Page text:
This fires up two processes: One that quickly returns a UUID of the computation. This is like a cubbyhole for your result. And the other starts the orchestration, parsing, distribution, and eventual reduction of the result, which will at some point compute:


When the computation finished, you can retrieve the value by

curl --location \
--request GET ''


Backend - Agents

On the other side of the communication, we have an army of agents that get a partial (but complete) piece of the request, that they can work with their incredibly powerful carbon-based brain.

This is what an agent might see for your request:

┃ 1 ▲ │ Agent: J            ┃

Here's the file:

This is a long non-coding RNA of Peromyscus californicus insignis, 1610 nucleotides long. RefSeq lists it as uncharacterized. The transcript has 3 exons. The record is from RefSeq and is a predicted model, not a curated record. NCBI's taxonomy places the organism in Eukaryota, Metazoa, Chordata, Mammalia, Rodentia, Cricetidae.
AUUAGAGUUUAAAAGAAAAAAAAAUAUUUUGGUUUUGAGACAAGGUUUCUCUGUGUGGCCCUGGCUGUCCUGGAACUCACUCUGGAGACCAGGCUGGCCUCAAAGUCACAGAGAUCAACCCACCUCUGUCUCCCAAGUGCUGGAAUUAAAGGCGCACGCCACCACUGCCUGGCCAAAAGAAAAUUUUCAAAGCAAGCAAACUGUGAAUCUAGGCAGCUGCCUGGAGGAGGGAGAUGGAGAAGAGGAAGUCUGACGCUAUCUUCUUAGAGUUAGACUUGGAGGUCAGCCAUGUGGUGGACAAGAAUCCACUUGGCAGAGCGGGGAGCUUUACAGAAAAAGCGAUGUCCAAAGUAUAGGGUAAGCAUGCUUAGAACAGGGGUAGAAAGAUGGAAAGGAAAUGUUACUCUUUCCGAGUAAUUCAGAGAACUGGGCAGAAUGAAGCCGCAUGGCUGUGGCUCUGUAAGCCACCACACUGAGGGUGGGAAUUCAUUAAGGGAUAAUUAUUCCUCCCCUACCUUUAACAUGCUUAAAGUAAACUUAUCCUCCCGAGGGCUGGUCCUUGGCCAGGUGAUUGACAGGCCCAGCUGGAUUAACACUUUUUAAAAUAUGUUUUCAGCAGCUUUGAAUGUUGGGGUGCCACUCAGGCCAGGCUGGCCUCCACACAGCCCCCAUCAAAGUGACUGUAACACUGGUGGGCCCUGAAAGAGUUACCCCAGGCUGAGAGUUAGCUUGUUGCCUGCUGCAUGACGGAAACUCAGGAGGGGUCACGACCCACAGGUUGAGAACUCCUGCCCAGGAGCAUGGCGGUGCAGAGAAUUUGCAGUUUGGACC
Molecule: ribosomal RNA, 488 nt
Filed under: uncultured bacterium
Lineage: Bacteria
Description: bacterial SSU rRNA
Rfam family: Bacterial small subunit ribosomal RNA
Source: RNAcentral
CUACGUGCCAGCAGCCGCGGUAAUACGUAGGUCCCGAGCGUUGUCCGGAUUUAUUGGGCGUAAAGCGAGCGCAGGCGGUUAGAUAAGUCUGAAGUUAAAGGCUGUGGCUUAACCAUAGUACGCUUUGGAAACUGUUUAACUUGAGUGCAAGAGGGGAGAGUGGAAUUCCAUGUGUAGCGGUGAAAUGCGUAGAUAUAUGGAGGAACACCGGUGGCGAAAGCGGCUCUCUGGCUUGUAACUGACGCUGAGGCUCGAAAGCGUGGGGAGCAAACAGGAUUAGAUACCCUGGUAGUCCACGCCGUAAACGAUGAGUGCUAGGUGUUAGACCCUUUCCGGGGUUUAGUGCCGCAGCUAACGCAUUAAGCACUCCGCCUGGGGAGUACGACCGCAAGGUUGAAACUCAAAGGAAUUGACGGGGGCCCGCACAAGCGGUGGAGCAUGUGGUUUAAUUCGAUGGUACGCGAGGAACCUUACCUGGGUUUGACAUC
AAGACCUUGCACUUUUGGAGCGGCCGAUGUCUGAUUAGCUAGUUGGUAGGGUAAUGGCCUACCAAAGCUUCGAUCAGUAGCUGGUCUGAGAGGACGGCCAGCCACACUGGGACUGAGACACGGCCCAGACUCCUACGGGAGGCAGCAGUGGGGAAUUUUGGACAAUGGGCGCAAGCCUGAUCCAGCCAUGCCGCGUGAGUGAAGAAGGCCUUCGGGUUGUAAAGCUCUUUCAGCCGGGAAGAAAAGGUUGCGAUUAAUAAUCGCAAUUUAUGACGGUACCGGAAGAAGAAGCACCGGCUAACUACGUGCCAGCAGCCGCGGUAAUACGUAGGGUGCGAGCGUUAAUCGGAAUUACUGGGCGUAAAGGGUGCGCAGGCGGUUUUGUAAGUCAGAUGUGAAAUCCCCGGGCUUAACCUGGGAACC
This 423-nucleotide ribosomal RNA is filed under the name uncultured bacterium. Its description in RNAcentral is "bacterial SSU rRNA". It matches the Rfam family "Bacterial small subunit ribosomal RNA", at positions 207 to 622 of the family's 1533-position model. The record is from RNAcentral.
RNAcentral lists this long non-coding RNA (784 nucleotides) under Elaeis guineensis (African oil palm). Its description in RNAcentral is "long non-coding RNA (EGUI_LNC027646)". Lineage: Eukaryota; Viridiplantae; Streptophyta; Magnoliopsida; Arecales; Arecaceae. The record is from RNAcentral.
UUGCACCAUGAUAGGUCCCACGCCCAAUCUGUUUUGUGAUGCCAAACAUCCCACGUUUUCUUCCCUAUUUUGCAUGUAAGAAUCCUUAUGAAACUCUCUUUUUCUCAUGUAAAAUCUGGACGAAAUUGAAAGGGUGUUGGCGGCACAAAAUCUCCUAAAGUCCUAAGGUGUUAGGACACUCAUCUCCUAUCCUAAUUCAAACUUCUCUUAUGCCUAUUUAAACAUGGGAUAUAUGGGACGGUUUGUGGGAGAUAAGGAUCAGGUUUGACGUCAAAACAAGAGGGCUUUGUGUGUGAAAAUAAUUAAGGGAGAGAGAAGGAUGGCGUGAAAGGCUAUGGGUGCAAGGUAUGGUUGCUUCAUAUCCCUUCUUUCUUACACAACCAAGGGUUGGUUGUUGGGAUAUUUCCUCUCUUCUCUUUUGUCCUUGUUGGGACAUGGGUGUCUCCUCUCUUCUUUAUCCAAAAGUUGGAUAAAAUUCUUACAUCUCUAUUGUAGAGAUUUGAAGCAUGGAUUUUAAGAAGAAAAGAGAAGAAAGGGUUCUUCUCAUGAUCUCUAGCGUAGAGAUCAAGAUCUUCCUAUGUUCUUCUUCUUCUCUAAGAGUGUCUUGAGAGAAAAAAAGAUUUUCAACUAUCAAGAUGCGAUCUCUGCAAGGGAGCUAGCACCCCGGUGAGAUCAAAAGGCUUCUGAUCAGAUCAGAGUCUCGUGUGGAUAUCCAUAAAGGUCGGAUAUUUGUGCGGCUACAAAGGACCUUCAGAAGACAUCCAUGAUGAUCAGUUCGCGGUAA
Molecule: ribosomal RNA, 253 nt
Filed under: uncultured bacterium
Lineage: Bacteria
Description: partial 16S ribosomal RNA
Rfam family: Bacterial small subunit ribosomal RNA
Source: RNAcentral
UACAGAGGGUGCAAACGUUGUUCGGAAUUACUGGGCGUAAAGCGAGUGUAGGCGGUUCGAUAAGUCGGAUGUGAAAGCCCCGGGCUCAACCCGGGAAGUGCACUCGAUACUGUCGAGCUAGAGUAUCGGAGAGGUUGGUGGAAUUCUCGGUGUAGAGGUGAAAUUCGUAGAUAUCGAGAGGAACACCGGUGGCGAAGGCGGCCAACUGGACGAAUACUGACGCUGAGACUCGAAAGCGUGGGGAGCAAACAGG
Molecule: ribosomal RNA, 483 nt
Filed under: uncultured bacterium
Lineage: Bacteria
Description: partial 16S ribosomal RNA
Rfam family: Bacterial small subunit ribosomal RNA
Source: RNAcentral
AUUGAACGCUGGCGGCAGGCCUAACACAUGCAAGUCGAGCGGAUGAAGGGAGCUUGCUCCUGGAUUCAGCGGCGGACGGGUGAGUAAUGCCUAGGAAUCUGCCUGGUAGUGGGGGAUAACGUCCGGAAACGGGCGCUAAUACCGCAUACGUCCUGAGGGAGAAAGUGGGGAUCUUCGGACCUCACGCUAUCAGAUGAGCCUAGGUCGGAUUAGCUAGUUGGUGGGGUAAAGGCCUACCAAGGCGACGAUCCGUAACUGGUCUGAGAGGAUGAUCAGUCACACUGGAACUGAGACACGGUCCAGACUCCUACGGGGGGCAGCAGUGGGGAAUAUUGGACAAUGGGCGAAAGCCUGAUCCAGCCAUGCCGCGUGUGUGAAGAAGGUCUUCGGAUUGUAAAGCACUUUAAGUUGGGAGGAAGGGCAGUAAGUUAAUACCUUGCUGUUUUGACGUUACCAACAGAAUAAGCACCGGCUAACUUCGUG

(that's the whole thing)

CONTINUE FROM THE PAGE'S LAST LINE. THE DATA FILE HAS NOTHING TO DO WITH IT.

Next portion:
┃ 2 ▲ ├─────────────────────┨    
┃ 3 ▲ │╔═══════════════════╗┃
┃ 4   │║×  /   ×    /    × ║┃
┃ 5   │║do add thir∙teen to║┃
┃ 6   │║                   ║┃
┃ 7   │║/       ×    /    ×║┃
┃     │║twelve, many thanks║┃
┃     │╚═══════════════════╝┃
┃ $5k │> 25                 ┃

As soon as they can type an answer, the cubbyhole will get filled.


You will see in our pricing strategy that we are an order of magnitude more expensive than other cloud computing providers, we don’t have nearly as much up uptime as them, and our latency is much much higher, but can they:

  1. Find off-by-one errors and correct them on the spot?
  2. Accommodate a wide variety of languages with zero compile cost?
  3. Integrate perfectly with multiple non-artificial neural networks?